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When is a dog considered a senior?

At what age is a dog considered a senior? How can an attentive dog parent spot signs of aging, and what special care needs does your aging dog have? Our Pflugerville vets answer these questions in today's post. 

How old is a senior dog?

You probably know that people often say one human year is equal to seven dog years. Estimating the age of a dog is a bit more complex, though. Different dog breeds age at varying rates. 

Generally, smaller dogs will not age as quickly as large breed dogs. This is a general guide:

Small breeds are considered senior dogs when they turn 10 to 12 years old. 

Medium breeds are considered senior dogs when they hit 8 to 9 years old. 

Large and giant breeds are considered senior dogs at around 6 to 7 years old. 

Signs That Your Dog is Getting Old

Your dog will experience mental and physical changes as they get older. Some changes in your dog's appearance are a normal part of the aging process, like the development of grey hair around their muzzle. These changes typically don't require any specific veterinary care. However, there are other changes that may require your vet's attention to ensure your dog's health and comfort are maintained to the best of their ability. 

Keep an eye out for these indicators that your furry companion is entering their golden years:

  • Gum disease or tooth loss 
  • Arthritis or joint issues
  • Reduced heart, kidney and liver function
  • White hairs on the face and muzzle 
  • Vision and/or hearing loss 
  • Weight gain or loss 
  • Reduction of mental acuity
  • Sleeping or more difficulty sleeping 
  • Loss of muscle tone 

Your Senior Dog's Care Requirements 

There are several things you can do to help your pup maintain their comfort and well-being as they get older.

Vet Care

The first step to caring for a senior pup is to prioritize regular vet visits. By taking your senior dog for routine wellness exams, you're allowing your vet to screen for any emerging geriatric conditions and begin treatment as soon as possible. Your veterinarian will assess your senior dog's nutrition levels and mobility and provide recommendations for any adjustments that would benefit your dog such as exercise or diet changes.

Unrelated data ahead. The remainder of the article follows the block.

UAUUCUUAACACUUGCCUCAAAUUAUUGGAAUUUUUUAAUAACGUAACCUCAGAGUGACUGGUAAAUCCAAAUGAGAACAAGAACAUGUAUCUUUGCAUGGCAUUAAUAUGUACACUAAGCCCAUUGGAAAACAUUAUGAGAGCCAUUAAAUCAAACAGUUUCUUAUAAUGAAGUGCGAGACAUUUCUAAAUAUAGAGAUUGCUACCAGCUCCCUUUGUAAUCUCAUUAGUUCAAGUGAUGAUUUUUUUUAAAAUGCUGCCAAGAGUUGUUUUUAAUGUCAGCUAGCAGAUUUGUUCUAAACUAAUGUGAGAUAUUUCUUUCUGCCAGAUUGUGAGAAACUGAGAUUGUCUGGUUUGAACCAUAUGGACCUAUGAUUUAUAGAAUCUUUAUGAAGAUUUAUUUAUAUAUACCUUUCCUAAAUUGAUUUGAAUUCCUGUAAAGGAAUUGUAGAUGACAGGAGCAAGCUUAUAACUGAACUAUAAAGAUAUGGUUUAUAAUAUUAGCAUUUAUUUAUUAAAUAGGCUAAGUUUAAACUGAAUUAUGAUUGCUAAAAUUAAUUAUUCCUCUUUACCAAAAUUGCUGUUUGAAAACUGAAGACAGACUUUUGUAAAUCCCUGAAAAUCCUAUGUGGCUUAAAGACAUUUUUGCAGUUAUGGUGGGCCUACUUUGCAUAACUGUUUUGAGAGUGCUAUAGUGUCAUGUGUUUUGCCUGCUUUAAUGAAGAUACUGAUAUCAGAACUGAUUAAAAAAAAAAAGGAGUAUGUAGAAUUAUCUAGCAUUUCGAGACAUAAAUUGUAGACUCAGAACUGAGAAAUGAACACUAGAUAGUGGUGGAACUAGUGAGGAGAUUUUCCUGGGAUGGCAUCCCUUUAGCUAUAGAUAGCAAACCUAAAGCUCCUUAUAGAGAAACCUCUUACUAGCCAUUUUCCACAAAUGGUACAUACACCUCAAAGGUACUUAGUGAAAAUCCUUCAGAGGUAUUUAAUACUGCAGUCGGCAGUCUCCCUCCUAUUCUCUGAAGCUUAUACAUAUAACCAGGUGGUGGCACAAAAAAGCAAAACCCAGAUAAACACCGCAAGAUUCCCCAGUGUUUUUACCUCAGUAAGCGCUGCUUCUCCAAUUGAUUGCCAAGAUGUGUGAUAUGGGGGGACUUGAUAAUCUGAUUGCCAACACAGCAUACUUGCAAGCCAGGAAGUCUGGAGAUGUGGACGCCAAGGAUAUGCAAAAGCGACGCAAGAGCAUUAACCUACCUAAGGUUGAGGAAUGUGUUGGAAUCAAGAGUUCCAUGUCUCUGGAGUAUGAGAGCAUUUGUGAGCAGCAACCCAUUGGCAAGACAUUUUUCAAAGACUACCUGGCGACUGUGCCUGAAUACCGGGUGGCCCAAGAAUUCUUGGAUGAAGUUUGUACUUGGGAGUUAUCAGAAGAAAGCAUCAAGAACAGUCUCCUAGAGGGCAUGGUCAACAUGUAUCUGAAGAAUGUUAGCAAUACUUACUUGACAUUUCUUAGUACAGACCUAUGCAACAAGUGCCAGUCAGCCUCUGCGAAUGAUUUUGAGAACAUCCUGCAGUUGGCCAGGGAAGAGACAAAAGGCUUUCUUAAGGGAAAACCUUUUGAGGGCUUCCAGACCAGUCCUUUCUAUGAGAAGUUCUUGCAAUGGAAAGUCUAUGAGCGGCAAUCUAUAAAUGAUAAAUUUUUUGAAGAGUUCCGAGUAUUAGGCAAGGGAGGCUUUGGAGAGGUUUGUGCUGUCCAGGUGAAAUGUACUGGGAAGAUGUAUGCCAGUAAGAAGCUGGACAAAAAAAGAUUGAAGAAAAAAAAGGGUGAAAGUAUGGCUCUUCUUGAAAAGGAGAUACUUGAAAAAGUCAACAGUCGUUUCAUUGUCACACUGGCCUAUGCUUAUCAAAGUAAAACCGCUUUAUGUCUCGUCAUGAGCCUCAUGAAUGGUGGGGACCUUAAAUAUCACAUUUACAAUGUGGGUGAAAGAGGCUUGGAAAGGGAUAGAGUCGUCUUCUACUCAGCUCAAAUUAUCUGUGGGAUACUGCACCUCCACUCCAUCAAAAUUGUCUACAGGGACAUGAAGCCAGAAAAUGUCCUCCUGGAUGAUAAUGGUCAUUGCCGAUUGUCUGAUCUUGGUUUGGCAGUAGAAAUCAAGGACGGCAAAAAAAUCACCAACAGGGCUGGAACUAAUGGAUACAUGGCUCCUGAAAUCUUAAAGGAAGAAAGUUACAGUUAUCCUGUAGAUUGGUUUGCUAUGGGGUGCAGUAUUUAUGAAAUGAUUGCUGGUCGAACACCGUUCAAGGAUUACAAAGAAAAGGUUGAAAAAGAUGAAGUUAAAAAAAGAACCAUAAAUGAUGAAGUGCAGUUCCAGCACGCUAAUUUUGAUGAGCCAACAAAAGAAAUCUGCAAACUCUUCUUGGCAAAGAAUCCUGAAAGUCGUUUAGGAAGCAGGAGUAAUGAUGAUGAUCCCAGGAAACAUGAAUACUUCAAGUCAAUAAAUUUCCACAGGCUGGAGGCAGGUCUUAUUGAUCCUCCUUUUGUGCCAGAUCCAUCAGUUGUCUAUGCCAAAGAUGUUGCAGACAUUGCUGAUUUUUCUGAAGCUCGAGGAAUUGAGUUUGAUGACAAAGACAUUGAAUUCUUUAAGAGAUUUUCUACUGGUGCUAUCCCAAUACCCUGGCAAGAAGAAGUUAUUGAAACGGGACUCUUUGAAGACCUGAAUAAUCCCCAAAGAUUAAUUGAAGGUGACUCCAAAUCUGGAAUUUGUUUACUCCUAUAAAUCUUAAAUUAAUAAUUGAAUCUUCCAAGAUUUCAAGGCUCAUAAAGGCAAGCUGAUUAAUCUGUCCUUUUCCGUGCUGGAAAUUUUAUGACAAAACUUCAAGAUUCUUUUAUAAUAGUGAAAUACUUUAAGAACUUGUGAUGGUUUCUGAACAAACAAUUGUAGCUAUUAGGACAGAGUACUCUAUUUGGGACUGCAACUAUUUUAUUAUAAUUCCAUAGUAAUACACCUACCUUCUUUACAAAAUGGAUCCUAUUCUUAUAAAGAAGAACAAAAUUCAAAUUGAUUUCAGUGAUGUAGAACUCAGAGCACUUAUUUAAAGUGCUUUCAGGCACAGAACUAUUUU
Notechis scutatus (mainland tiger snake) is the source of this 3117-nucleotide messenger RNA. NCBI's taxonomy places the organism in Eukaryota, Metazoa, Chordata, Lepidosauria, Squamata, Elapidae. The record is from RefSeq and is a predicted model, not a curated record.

A good diet not only provides physical benefits, but it may also support your dog's cognitive function as they grow older. Similar to humans, dogs can experience dementia or conditions similar to Alzheimer's. Feeding your dog a diet rich in omega-3 fatty acids, combined with regular exercise, can contribute to their mental alertness.

Senior dogs can benefit from a variety of prescription diets and supplements that specifically address the health conditions they may face. Consult your veterinarian to inquire about any recommended diet or supplement for your furry friend.

As your dog gets older, their nutritional needs may undergo some changes. Senior dogs tend to gain weight as they become less active and exercise less. Other health issues, such as joint pain and cardiovascular conditions, can be caused by excess weight gain. Discuss with your vet the possibility of modifying your dog's daily calorie intake or transitioning to a weight loss-focused diet.

Exercise - Physical & Mental

Senior dogs should receive mental stimulation in addition to regular physical exercise. You can always teach your pup a new trick or bring home a new puzzle. Problem-solving activities for dogs offer a wide range of options, like a puzzle chew toy that motivates dogs to exercise their minds in order to earn a treat.

It's crucial for your dog to maintain a consistent routine of physical activity as they get older. Dogs can maintain a healthy weight and keep their joints healthy by engaging in regular exercise. However, you might need to modify the exercises you offer your puppy. For instance, if you observe that your dog is struggling with the long walks they used to enjoy, consider taking them for shorter, more frequent walks.

Note: The advice provided in this post is intended for informational purposes and does not constitute medical advice regarding pets. Please make an appointment with your vet for an accurate diagnosis of your pet's condition.

Is it time for your senior dog's wellness exam? Contact our Pflugerville vets to book an appointment today.

New Patients Welcome

Pfennig Lane Animal Hospital is accepting new patients! Our experienced vets are passionate about the health of Pflugerville companion animals. Get in touch today to book your pet's first appointment.

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